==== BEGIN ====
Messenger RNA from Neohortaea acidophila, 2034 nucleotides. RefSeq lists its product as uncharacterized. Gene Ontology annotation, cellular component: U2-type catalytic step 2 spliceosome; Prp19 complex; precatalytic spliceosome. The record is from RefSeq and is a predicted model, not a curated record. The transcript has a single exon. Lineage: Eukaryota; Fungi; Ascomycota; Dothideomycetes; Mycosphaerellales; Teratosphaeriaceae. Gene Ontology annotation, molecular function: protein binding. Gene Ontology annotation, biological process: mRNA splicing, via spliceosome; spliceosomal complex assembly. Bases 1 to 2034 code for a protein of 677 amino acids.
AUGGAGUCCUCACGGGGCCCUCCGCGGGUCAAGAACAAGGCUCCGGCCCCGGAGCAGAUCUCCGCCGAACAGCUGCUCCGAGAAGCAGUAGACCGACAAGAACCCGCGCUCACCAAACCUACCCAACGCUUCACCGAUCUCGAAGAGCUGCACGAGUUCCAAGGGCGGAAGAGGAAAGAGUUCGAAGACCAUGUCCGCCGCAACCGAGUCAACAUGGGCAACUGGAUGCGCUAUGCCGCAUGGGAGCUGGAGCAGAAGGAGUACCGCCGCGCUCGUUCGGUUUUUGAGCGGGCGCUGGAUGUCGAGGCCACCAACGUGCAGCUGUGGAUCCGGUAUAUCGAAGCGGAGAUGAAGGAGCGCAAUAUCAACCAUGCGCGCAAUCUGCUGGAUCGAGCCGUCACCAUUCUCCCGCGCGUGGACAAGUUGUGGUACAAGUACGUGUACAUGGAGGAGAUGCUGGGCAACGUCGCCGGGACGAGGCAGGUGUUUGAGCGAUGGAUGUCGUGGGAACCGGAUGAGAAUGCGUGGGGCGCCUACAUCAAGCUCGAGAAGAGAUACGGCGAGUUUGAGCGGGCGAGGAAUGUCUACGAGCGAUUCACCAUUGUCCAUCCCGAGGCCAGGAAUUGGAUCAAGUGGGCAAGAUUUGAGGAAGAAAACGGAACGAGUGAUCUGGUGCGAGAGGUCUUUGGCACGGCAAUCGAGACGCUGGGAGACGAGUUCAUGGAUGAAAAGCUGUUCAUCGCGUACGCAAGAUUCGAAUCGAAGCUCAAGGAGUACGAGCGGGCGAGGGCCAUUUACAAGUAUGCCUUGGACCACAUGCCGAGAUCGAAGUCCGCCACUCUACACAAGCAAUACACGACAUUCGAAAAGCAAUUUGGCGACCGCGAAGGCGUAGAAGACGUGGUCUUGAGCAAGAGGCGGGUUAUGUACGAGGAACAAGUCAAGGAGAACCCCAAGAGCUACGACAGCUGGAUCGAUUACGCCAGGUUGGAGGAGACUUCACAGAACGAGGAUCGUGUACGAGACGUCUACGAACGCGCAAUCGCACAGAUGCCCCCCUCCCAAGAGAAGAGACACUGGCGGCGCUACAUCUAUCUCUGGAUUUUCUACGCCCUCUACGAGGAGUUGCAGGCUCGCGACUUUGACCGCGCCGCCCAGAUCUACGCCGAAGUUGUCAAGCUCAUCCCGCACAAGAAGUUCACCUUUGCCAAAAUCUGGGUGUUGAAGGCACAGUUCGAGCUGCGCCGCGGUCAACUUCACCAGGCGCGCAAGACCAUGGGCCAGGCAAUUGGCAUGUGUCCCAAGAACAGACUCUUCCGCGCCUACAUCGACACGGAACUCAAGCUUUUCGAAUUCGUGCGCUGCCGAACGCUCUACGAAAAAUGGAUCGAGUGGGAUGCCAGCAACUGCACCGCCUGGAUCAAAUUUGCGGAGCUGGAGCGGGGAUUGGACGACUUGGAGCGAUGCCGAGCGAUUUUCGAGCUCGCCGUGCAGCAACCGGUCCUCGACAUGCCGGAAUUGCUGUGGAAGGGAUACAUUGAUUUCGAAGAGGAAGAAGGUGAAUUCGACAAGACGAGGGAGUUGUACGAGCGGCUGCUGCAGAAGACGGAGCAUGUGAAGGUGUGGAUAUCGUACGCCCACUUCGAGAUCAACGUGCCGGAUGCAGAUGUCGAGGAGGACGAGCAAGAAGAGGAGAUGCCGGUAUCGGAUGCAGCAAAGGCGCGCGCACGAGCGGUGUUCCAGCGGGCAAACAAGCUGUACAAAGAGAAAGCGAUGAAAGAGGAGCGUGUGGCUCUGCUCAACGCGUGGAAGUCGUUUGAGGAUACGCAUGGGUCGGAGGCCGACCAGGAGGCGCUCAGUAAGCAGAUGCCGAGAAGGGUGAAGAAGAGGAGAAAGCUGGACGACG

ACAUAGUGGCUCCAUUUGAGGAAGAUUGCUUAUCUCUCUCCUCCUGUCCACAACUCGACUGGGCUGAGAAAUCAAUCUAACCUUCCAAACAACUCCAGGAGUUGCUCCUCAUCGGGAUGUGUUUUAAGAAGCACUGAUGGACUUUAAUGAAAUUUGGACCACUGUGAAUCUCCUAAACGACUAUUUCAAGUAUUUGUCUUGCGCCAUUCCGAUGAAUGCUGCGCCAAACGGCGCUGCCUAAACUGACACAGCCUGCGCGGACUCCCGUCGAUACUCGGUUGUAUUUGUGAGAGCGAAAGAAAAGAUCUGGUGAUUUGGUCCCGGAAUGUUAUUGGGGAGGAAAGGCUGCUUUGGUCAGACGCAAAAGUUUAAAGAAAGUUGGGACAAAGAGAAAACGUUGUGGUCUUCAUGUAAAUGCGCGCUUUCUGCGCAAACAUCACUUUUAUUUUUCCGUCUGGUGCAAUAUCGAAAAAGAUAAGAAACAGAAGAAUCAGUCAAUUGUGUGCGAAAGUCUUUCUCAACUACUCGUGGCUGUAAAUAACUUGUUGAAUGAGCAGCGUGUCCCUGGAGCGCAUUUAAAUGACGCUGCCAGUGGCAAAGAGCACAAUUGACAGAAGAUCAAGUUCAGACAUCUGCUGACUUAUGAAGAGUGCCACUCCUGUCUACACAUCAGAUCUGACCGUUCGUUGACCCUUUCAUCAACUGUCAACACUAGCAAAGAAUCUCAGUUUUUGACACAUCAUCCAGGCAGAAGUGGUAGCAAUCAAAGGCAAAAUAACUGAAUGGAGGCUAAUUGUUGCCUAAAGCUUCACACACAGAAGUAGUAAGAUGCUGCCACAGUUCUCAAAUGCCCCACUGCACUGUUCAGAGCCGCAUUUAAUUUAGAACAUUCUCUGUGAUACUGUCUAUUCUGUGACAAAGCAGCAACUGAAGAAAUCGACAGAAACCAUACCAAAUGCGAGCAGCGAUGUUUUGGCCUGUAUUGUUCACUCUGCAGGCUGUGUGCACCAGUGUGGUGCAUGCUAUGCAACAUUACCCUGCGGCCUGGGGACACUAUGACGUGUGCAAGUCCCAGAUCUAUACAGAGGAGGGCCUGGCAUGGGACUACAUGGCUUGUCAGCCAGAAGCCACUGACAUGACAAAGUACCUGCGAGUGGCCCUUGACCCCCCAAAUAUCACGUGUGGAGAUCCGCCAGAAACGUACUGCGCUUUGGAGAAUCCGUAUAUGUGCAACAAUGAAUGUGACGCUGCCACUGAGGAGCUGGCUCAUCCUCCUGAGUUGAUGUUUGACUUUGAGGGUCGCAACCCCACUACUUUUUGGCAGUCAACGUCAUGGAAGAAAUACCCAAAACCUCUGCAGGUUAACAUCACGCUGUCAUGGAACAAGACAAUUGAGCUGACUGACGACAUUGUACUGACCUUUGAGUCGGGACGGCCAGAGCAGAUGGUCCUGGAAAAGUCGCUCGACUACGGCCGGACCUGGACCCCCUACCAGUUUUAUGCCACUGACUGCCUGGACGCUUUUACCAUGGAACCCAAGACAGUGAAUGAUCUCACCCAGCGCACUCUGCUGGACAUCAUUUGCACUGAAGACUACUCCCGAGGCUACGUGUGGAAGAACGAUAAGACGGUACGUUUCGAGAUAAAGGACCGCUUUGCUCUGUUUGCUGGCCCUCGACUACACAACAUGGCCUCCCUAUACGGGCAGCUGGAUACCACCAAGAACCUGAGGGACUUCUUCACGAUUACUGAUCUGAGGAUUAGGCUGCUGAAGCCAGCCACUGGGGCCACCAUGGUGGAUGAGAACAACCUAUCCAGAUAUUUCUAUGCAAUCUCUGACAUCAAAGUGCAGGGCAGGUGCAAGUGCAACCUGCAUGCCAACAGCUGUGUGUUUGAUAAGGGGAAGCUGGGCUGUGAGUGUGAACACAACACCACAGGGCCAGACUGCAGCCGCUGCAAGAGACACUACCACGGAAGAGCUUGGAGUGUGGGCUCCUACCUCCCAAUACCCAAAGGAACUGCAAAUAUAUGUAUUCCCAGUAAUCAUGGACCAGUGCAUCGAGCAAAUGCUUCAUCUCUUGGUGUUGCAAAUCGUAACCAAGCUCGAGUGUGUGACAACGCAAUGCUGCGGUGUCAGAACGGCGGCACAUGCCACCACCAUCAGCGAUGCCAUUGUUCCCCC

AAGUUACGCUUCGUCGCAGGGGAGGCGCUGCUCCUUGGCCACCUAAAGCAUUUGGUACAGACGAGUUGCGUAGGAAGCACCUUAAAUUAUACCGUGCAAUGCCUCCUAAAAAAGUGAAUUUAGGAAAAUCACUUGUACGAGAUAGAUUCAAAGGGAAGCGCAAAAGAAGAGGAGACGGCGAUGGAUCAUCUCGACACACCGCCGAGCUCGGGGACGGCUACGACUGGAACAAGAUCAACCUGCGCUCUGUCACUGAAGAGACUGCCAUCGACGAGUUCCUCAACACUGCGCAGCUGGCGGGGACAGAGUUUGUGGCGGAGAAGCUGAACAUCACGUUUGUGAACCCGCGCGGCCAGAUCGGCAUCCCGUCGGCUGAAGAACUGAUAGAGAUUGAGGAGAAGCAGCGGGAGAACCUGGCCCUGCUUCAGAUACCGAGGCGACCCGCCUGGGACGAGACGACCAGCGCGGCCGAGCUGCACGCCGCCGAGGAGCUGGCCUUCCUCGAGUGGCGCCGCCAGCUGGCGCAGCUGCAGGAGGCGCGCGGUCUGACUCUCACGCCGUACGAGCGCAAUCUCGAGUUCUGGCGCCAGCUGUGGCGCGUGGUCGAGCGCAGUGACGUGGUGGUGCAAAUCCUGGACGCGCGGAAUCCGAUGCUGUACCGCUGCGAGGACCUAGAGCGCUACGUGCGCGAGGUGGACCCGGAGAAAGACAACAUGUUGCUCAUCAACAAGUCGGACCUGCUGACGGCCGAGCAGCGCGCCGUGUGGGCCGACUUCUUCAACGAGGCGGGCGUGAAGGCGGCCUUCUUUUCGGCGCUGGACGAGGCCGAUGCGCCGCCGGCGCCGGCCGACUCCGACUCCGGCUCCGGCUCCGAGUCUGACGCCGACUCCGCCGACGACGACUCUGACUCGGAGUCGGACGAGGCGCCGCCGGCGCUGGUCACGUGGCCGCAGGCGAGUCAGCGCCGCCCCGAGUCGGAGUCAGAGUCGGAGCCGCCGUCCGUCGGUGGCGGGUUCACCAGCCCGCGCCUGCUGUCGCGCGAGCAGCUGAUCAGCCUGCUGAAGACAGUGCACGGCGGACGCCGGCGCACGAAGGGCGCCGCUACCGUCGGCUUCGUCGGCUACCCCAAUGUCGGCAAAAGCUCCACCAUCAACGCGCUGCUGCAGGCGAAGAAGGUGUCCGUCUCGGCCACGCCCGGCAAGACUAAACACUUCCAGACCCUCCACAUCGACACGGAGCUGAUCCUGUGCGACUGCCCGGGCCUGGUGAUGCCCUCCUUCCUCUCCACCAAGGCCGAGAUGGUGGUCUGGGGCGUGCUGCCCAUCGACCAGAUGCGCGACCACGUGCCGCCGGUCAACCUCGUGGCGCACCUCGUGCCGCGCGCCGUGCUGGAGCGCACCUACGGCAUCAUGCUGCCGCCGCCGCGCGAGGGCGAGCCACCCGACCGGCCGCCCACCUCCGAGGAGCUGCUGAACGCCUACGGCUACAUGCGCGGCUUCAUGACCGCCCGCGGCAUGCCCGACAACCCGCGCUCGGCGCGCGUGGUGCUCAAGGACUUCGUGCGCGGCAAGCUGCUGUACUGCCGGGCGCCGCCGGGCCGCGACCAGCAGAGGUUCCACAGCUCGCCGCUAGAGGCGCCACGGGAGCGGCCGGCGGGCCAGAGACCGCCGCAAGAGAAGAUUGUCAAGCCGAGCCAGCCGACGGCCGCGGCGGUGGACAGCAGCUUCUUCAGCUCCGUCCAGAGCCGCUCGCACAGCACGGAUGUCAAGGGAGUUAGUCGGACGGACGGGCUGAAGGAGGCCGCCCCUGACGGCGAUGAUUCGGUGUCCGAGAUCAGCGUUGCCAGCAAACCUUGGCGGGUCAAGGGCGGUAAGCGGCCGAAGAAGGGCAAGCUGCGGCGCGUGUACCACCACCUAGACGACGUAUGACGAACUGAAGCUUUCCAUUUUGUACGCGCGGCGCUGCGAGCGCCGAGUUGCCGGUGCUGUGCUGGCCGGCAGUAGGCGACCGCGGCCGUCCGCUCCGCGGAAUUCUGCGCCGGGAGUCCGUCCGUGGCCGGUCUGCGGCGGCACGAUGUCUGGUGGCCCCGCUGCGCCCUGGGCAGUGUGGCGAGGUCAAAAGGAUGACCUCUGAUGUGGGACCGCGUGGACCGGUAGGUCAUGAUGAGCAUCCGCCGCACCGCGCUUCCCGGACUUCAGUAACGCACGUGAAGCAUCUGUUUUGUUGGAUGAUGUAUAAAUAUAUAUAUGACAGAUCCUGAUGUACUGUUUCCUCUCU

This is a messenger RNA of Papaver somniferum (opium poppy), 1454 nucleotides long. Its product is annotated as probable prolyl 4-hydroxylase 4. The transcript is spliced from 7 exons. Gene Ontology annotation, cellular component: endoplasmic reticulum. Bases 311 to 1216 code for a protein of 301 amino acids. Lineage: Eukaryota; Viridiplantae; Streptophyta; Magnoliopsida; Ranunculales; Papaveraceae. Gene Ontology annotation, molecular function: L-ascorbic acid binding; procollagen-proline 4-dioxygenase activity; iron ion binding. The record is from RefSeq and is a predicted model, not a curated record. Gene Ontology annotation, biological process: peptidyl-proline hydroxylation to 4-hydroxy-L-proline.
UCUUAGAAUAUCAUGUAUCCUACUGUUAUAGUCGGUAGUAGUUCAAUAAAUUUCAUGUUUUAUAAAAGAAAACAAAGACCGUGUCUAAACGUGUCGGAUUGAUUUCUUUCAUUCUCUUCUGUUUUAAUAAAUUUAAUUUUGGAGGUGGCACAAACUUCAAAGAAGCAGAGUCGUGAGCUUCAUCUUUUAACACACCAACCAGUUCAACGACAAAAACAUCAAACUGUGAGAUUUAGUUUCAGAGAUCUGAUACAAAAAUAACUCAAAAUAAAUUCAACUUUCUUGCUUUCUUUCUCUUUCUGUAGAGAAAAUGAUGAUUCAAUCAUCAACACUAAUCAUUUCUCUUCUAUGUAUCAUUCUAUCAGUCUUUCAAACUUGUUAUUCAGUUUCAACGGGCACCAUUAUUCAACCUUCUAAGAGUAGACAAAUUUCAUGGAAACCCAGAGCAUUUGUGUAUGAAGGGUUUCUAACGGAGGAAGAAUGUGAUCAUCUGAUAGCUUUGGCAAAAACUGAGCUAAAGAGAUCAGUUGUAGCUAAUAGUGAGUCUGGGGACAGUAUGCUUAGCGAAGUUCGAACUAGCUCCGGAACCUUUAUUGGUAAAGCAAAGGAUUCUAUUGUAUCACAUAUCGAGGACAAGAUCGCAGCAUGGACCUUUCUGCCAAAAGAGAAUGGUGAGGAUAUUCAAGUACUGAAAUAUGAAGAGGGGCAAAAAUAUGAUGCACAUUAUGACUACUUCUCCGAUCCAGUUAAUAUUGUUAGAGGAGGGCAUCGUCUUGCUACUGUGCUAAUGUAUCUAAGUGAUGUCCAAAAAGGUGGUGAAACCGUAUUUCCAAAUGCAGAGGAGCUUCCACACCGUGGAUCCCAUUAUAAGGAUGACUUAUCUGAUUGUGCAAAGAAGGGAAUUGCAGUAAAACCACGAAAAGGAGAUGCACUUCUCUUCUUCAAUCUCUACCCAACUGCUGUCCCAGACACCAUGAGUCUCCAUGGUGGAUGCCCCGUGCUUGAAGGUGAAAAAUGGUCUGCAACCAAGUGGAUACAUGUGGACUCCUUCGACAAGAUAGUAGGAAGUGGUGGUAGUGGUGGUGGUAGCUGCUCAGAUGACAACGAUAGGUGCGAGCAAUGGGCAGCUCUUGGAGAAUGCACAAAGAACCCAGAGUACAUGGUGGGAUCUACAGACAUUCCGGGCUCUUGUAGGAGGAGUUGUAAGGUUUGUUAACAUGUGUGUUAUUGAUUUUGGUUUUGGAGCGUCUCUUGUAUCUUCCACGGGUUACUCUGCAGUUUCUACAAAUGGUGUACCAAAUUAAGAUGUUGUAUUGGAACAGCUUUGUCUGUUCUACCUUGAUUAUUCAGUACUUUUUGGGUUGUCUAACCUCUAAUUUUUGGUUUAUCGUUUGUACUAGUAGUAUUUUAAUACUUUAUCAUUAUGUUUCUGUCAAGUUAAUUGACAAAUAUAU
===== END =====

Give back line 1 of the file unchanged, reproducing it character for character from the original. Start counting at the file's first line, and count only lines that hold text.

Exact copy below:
Messenger RNA from Neohortaea acidophila, 2034 nucleotides. RefSeq lists its product as uncharacterized. Gene Ontology annotation, cellular component: U2-type catalytic step 2 spliceosome; Prp19 complex; precatalytic spliceosome. The record is from RefSeq and is a predicted model, not a curated record. The transcript has a single exon. Lineage: Eukaryota; Fungi; Ascomycota; Dothideomycetes; Mycosphaerellales; Teratosphaeriaceae. Gene Ontology annotation, molecular function: protein binding. Gene Ontology annotation, biological process: mRNA splicing, via spliceosome; spliceosomal complex assembly. Bases 1 to 2034 code for a protein of 677 amino acids.